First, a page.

There are few precise answers, although one or two facts are clear. Support for the balance of payments in the form of Stabex transfers, import financing and food aid are external donations which generate counterpart funds in local currency. What are they used for? To get supply off the ground again ? Or to keep things ticking over? An economy of aid, gradually disconnected from the era of the economy of production, is taking shape.
Premature move to a service economy
Hefty growth of services as a percentage of GDP is a sign of both growth of trade, based on imported products, and constantly inadequate agricultural prices when there has been no gain in productivity in preceding decades. Aid does not encourage the constitution of surpluses which is essential for lasting trade. Aid disorganises and does a lot to encourage the flight from the land, by creating imbalances in the prices of farm products and manufactured goods, with farmers not getting paid properly for their output. Supplies to city dwellers have to be at low cost for political reasons, but also because part of the population has to survive. This is the case in Guinea Bissau, Gambia and Benin - 'a country which has never been based on a proper policy of production, but instead on one of services, with commerce always preponderant' perpetuation. It is a well-intentioned economic act which contains its own perverse effects. Instead of reaching the sphere of production and triggering added value, aid is set up on a self-sustaining basis.
Encouraging consumption rather than investment
Very little of the money injected into the economic operators gets to the producers, for it flows to the towns, to a population essentially made up of civil servants and tradesmen. This is an economy of demand. Supply is very little affected. So over the past decade, low-income countries have seen their public consumption expand by an average of more than 3% p.a., as against slightly more than 1% for investment and slightly more than 2% for consumption. By way of comparison, the growth of domestic investment was close to an average of 9% p.a. in 1965-1980 and far lower for the other components of the final demand. Is aid not in fact feeding a large part of inter-African trade, which is largely based on re-exports ?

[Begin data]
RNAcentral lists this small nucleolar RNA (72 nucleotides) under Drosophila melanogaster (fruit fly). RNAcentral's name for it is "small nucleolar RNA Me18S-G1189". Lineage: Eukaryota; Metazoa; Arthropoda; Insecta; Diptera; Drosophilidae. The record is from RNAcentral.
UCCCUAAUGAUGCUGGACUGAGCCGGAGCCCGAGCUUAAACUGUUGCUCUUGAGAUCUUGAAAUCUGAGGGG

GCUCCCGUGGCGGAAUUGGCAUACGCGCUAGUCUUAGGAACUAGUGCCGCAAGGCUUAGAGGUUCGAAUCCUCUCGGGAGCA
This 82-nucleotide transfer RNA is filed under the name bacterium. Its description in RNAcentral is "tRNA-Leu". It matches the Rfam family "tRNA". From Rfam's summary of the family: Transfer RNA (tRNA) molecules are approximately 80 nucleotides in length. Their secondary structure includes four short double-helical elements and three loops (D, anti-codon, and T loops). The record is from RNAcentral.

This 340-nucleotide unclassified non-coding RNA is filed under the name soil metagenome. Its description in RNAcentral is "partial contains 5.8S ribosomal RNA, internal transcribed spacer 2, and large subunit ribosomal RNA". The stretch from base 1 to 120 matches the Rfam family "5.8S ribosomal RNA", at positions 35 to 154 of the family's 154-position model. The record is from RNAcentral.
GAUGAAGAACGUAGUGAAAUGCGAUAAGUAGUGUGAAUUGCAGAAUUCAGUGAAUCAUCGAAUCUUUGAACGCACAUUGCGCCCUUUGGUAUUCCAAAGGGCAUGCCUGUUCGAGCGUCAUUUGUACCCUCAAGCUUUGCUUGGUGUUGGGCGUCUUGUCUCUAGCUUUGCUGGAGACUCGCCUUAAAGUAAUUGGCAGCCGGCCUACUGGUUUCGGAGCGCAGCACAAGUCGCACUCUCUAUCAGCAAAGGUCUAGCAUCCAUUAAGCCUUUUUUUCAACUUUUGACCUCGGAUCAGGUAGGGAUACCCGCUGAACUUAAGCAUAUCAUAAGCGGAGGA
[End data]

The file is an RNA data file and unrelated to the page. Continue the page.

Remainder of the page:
The negative effects of this aid are also apparent in countries at war. Both 7 See the work of John IguÃ© and the Club du Sahel/CILSS on regional spaces in West Africa. Somalia and Liberia received huge amounts of aid in previous decades and we all know what the results were. Obviously, it would be absurd to suggest that the present situation was caused by the development-aid policy alone, but the serious political conflicts cannot be isolated from development strategies adopted in the past or, therefore, from the underlying system of aid.
This brings us to the problem of the birth of money. If operators are to recognise money for what it is, that money has to crystallise their energy. It would be wrong for it to be tied to the dollar or the franc, since this would deprive it of its basis and its creation, which has to be preceded by plans and anticipate results. It also brings us to the problem of grants. Is it possible for an economic flow not to have a counterpart? Something is always expected in return. All these free or virtually free financial resources are in a curious position in a context in which capital is rare. A depressive economic set-up takes shape, with prices artificially low because the economic operators (often the State) are not concerned with reimbursement.
Yet - at the risk of upsetting the deep-seated ideas of some - no development. by definition, is durable or linear. Development has even fewer predetermined stages in the image of a universal de terminism. Development is, per se, Synonymous with change and upheaval causing a greater or lesser degree of hardship. Development inevitably goes hand in hand with imbalance, varying degrees of crisis and more or less success ful adaptation. It is chaos. Change is inherent in every society and African economies change and are not static. This is the important thing to remember when it comes to integrating aid, which is bound to continue over the coming years and has to reflect the demands of the operators. Africa is in no greater need of cultural adjustment here than are our own societies. These flows of finance should not have to be provided just because the international context deems them compulsory.
They should be able to be decreased without the reduction being interpreted as forgetfulness. However, it would be criminal to stop humanitarian relief while the need for food and medicines is so great, particularly among refugees.